|Release Date: 2018||Players: 1-2|
|Designer: Janice Turner, Stu Turner||Length: 10-20 minutes|
|Artist: Mike Jessup||Age: 8+|
|Publisher: Wren Games||Complexity: 1.0 / 5|
After the Kickstarter campaign for Assembly by Wren Games finished successfully back in June, the game is now close to being sent out to backers. So it is time to have a closer look at this fun, co-operative card game. The game can be played solo, which is also possible using an app, or in a two player co-operative setup. The aim is to manoeuvre a set of tokens along a randomly configured circle of locations into their correct slots by playing cards that allow you to rotate, swap and lock these tokens in place. To do this efficiently you need to play cards that your team mate can match with a card in their hand – but the problem is that you don’t know what cards they have.
At first sight, Assembly seems really quite simple, but you very quickly realize how difficult it is to get every token into their corresponding location, because every time you play a rotate card, you have to rotate all tokens, unless they have been previously locked down – and you can only lock down tokens that are in their correct location – and you can only ever lock down a maximum of two tokens – and you only have so many cards to draw from the shared deck – and you can only reshuffle your discard pile twice, which creates a time limit – and… well, I think you can see that there are quite a few conditions that create a very tricky puzzle.
To top it all off, every time you play a card, your team mate has to discard a card if they don’t have a matching card in their hand. So while you really want to play a swap card this time, because it would get two tokens into their correct locations, you may risk cycling through the deck quicker than you want. Even if your team mate does have the right card and you are able to move two tokens into their correct locations, it is now up to your team mate to play a lock card to acutally lock them into place – and for you to also have a lock card, so that you are not forced to discard one of your precious cards.
At any point you can discard your whole hand as a joker, allowing you to choose any of the possible five actions: rotate all tokens clockwise, rotate all tokens anti-clockwise, swap two tokens, randomly deploy a new token, and lock down up to two tokens if they are in the right place. However, your hand limit is three cards, so the question is whether it is worth discarding your whole hand just to be able to carry out an action of your choice, while at the same time burning through your deck like there is no tomorrow.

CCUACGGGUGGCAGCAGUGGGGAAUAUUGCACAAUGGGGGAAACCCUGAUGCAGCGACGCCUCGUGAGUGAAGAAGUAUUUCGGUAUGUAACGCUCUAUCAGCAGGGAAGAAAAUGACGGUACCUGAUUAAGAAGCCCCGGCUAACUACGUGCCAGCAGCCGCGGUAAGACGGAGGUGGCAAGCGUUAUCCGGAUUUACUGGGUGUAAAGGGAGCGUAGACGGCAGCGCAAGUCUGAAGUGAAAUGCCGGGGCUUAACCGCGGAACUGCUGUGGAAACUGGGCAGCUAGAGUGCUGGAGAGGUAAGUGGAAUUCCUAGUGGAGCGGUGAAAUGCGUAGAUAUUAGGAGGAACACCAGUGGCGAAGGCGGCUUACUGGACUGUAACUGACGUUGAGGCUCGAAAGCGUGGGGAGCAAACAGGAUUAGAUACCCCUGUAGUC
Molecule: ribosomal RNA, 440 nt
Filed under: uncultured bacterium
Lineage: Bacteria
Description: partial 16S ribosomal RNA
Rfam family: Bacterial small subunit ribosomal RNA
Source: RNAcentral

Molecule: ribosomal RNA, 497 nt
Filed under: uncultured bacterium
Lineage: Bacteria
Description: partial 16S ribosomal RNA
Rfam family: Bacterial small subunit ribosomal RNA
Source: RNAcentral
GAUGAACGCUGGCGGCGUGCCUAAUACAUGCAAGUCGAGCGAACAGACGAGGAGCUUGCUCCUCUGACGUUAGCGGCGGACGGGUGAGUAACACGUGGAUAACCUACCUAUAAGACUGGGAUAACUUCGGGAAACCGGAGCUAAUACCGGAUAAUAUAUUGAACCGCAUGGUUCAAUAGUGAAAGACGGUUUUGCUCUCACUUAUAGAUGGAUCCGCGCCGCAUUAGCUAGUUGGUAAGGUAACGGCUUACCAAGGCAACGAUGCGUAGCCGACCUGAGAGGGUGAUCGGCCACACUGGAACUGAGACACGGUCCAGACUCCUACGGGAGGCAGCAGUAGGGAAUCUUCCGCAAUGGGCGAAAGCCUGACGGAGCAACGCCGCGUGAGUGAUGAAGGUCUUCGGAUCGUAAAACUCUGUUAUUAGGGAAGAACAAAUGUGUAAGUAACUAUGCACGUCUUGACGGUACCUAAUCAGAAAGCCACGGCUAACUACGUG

The first few moves are quite easy, but very quickly it becomes harder, as more tokens enter the circle. Every card you play increases the pressure of completing the task of locking all tokens in their correct locations. Not only that, once your draw pile is empty and you are due to draw back up to your hand limit at the end of your turn, you shuffle the discard pile into a new draw deck, but you also have to shuffle the locations that haven’t been locked down yet, destroying all the hard work of getting tokens into place.
The game makes you feel really amazing when you are able to play one card and manoeuvre several tokens into their correct slots, while your team mate follows through with a lock down, followed by another lock card played by yourself. Suddenly you have four of the twelve tokens in the right place in three moves. You feel like jumping for joy, but you know that there is much more work to be done.
There is a really interesting pressure curve in the game. It starts quite simple, but within a few moves the pressure really ramps up. Yet, the more tokens you lock down, the easier it is to get the remaining ones into place, so the pressure goes down again. The thing is, the pressure ramps right back up again as you reach the end of the game when you have only a handful of moves left to get the last one or two tokens into place and locked down.
There is a lot of replayability in the game, because the circle of locations is dealt randomly every time, and every time you deploy a new token, it is also randomly chosen and placed. If you find the game a little too difficult, you give yourself and your team mate a special, one time ability to help you along – or if it feels too easy, you can add the mini-expansion that creates an extra level of complications.
Assembly is basically a deck of cards with a handful of tokens and a dice, so you can take it with you virtually anywhere, which I love. I really enjoyed playing it with my wife, and I loved playing it in solo mode on the app. I do prefer the two-player co-operative version though, because it feels so satisfying when you both can play the right cards to win the game.
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- Rahdo Rundown video: https://www.youtube.com/watch?v=CGdh-0LbXtA
(Photo courtesy of Wren Games)